Until recently, XM Satellite Radio Holdings Inc. and its rival Sirius Satellite Radio Inc. were engaged in a tit-for-tat, deal-for-deal face-off. Sirius landed the NFL; XM responded with baseball. XM signed an exclusive deal with General Motors Corp.; Sirius partnered with DaimlerChrysler AG. XM scored former NPR Morning Edition host Bob Edwards; Sirius lured away shock jock Howard Stern from terrestrial radio giant Infinity Broadcasting.
But for all the billions the two companies have committed to differentiating themselves from each other, they are increasingly following similar business strategies, analysts say. And that might not be a bad thing for the satellite radio business, which while growing rapidly, has so far attracted only a tiny portion of the 193 million people market research firm NDP Group estimates listen to traditional radio. Satellite radio subscribers pay a monthly fee to receive more than 100 channels, including music, news, talk and sports.
Analysts expect XM and Sirius to generate enough revenue to cover the cost of their operations in the next two years. But as the two companies move into the home, laptop and personal music player, they are vying for consumers' attention with podcasts, online radio and downloaded music. Which prompts the question: Will satellite radio's audience be eroded by whiz-bang gadgets before the industry escapes the red?
A recent NPD Group survey found that more people still listen to downloaded music than satellite radio. But the satellite radio audience is likely to grow as deals the two companies have made with automakers start to generate a critical mass. April Horace, an analyst for Hoefer & Arnett Inc., estimates the total number of satellite radio subscribers will reach 20 million in five years.
So far, so good. D.C.-based XM, for example, reported yesterday that its second-quarter loss narrowed and revenue more than doubled. It added 647,226 subscribers during the quarter and expects to hit 6 million by year's end. Sirius, based in New York, will report earnings Aug. 2.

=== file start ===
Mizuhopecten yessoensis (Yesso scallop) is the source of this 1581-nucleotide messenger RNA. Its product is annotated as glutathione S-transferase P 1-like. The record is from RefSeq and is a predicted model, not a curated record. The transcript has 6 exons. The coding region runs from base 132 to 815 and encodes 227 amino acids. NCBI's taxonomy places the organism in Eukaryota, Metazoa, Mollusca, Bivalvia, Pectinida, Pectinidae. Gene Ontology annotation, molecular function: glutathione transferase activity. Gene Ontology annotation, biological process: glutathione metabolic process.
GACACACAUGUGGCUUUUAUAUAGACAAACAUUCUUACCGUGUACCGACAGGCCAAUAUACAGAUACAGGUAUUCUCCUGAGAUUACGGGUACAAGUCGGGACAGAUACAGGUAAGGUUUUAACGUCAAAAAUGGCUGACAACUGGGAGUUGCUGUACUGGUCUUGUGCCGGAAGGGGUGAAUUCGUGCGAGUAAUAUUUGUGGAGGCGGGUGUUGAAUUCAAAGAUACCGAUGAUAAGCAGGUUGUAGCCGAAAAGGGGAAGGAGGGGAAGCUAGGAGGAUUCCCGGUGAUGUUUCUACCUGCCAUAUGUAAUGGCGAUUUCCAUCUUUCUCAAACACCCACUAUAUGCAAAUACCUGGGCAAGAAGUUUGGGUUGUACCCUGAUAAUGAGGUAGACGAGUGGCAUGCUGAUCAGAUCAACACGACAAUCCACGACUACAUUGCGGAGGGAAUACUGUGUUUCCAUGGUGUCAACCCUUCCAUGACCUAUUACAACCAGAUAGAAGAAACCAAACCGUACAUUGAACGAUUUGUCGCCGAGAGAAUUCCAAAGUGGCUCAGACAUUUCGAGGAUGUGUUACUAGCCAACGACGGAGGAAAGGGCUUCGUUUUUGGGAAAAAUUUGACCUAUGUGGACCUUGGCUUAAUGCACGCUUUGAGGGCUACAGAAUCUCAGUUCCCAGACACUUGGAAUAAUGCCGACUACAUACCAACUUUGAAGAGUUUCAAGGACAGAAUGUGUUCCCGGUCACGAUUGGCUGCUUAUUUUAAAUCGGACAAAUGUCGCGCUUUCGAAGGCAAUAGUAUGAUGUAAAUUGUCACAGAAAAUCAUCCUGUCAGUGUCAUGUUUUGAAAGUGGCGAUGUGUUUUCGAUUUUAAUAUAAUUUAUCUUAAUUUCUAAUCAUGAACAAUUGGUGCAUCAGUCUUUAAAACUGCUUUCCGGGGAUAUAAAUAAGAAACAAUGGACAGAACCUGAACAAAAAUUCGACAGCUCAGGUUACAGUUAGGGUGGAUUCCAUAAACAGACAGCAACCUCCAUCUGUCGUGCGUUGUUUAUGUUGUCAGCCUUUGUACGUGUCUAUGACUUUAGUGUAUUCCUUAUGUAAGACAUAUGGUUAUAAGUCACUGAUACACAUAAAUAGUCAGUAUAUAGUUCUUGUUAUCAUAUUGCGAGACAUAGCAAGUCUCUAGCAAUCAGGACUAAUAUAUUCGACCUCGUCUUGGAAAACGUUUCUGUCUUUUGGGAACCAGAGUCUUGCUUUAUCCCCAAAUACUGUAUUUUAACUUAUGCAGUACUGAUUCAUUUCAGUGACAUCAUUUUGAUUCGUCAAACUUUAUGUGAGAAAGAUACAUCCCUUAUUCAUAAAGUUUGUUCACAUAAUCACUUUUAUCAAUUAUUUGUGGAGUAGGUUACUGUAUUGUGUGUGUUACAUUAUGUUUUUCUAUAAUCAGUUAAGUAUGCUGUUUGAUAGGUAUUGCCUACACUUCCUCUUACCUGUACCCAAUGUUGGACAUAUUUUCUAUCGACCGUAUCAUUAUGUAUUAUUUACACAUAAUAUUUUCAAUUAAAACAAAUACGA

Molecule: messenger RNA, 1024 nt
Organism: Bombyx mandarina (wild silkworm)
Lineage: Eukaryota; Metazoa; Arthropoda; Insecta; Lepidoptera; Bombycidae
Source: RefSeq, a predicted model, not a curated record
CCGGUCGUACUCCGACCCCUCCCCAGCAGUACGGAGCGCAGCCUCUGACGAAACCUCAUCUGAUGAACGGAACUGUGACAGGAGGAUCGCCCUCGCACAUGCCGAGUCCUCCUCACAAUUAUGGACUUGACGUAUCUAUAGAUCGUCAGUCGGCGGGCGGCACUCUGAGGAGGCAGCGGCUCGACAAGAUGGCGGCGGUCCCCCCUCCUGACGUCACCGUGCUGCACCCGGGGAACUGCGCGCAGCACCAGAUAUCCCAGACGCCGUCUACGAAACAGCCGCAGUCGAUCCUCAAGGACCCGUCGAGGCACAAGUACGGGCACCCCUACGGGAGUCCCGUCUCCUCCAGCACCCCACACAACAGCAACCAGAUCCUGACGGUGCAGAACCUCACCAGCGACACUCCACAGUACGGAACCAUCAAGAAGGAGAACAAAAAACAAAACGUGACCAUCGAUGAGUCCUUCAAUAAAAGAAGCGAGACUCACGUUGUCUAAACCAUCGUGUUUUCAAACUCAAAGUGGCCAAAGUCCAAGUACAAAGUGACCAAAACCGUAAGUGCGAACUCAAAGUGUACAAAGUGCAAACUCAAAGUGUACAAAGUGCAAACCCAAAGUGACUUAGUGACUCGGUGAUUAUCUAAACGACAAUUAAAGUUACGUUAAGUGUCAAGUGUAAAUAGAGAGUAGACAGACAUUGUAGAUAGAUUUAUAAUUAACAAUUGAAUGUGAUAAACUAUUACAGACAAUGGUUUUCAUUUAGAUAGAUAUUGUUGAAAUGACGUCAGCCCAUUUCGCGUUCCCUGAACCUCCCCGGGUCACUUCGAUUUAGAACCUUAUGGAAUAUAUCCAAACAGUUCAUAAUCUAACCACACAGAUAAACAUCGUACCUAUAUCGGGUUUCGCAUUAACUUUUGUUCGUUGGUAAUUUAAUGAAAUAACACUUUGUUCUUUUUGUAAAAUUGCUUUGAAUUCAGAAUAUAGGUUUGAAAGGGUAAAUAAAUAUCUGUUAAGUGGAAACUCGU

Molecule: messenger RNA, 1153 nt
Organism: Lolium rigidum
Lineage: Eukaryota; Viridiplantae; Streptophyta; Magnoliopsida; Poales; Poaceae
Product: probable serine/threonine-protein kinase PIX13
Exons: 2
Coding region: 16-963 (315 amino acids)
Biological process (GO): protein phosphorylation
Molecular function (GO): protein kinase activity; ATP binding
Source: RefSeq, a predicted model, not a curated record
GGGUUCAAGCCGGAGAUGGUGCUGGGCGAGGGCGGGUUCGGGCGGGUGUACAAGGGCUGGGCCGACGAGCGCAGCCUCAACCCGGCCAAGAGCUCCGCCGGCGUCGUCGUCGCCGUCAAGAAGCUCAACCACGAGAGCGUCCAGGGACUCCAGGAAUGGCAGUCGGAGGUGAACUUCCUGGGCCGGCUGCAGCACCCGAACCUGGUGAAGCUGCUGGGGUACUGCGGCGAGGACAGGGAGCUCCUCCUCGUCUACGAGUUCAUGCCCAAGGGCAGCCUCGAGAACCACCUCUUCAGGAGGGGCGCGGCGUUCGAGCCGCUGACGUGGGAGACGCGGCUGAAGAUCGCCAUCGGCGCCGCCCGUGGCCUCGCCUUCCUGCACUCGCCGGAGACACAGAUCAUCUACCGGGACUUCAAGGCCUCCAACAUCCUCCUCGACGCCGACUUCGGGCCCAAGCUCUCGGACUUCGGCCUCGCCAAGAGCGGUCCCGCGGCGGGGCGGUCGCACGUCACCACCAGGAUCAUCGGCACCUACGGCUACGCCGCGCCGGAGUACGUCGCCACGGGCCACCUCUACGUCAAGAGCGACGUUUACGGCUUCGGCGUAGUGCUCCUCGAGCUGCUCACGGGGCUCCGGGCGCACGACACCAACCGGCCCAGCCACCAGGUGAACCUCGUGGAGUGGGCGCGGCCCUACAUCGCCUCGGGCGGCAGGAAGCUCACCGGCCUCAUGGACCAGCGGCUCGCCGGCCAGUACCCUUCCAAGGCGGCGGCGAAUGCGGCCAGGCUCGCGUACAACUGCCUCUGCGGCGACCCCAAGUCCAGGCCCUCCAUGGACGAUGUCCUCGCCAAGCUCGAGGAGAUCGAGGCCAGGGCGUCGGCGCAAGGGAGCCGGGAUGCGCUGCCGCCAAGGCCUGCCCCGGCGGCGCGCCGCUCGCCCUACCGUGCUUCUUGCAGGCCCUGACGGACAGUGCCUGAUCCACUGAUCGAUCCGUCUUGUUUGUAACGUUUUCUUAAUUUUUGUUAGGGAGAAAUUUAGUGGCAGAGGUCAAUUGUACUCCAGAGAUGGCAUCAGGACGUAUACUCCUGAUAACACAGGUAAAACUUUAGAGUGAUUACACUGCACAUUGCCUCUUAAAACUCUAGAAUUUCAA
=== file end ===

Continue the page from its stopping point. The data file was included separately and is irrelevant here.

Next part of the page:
XM remains dominant, thanks to an edge in technology that dates back to 2002, when XM launched its service -- a year earlier than Sirius. That lead has helped XM attract 4.4 million subscribers, compared with 1.5 million for Sirius. The differences between the two companies may not remain stark for long. The same outfit now manufactures microchips for both companies. The two companies now charge subscribers the same monthly fee -- $12.95. And to the average consumer strolling down the aisle at Best Buy, "the products being offered are not a ton different from either company," said Jason Helfstein, an analyst with CIBC World Markets.
"The biggest differences today are in technology and content. Both advantages will start to disappear over time," Helfstein said. "They're both going in the same direction."
XM and Sirius are still betting that most of their customers will tune in when they're behind the wheel. The technology of satellite radio "is designed for vehicles," said Jim Collins, a Sirius spokesman who cites the same figures as analysts: There are 220 million cars on the road today and 16 million to 17 million new cars sold each year.
By now, most of the major automakers are committed to offering one service or both, but it will be at least five years before automobile sales will be the primary source of new subscriptions, Helfstein said. XM now draws half its subscribers from the auto market and half from the retail market, said spokesman David Butler. Sirius draws more of its subscribers from the retail side, Collins said.
While they wait for subscriptions to pick up among drivers, the two companies want to expose more people to satellite radio when they're at home, shopping or online. Lately, this strategy has led to big-name partnerships such as Sirius's announcement in June that it would provide content to Sprint cell phones. Last week, XM and Samsung Electronics Co. said they plan to introduce a digital music player with satellite radio in time for the holiday shopping season. The device will work in conjunction with an online music store exclusively for XM subscribers hosted by Napster. Sirius is hoping to offer a digital music player with satellite radio by then, too, Kit Spring, an analyst at Stifel, Nicolaus and Co., said in a July 26 research note.
The next frontier is likely video, said Sean P. Butson, a Legg Mason analyst. For months, Sirius officials have said they plan to offer video service, most likely for kids in the back seat, starting next year. Analysts expect XM to make use of broadcast spectrum it agreed to acquire earlier this month for video and more data services. Butson said the two companies could spend 2006 vying for the favors of SpongeBob SquarePants.
XM reported second-quarter revenue of $125.5 million, compared with $53 million for the comparable period a year earlier. The company had a loss of $146.6 million (70 cents per share), compared with $166 million (84 cents ) for the second quarter of 2004.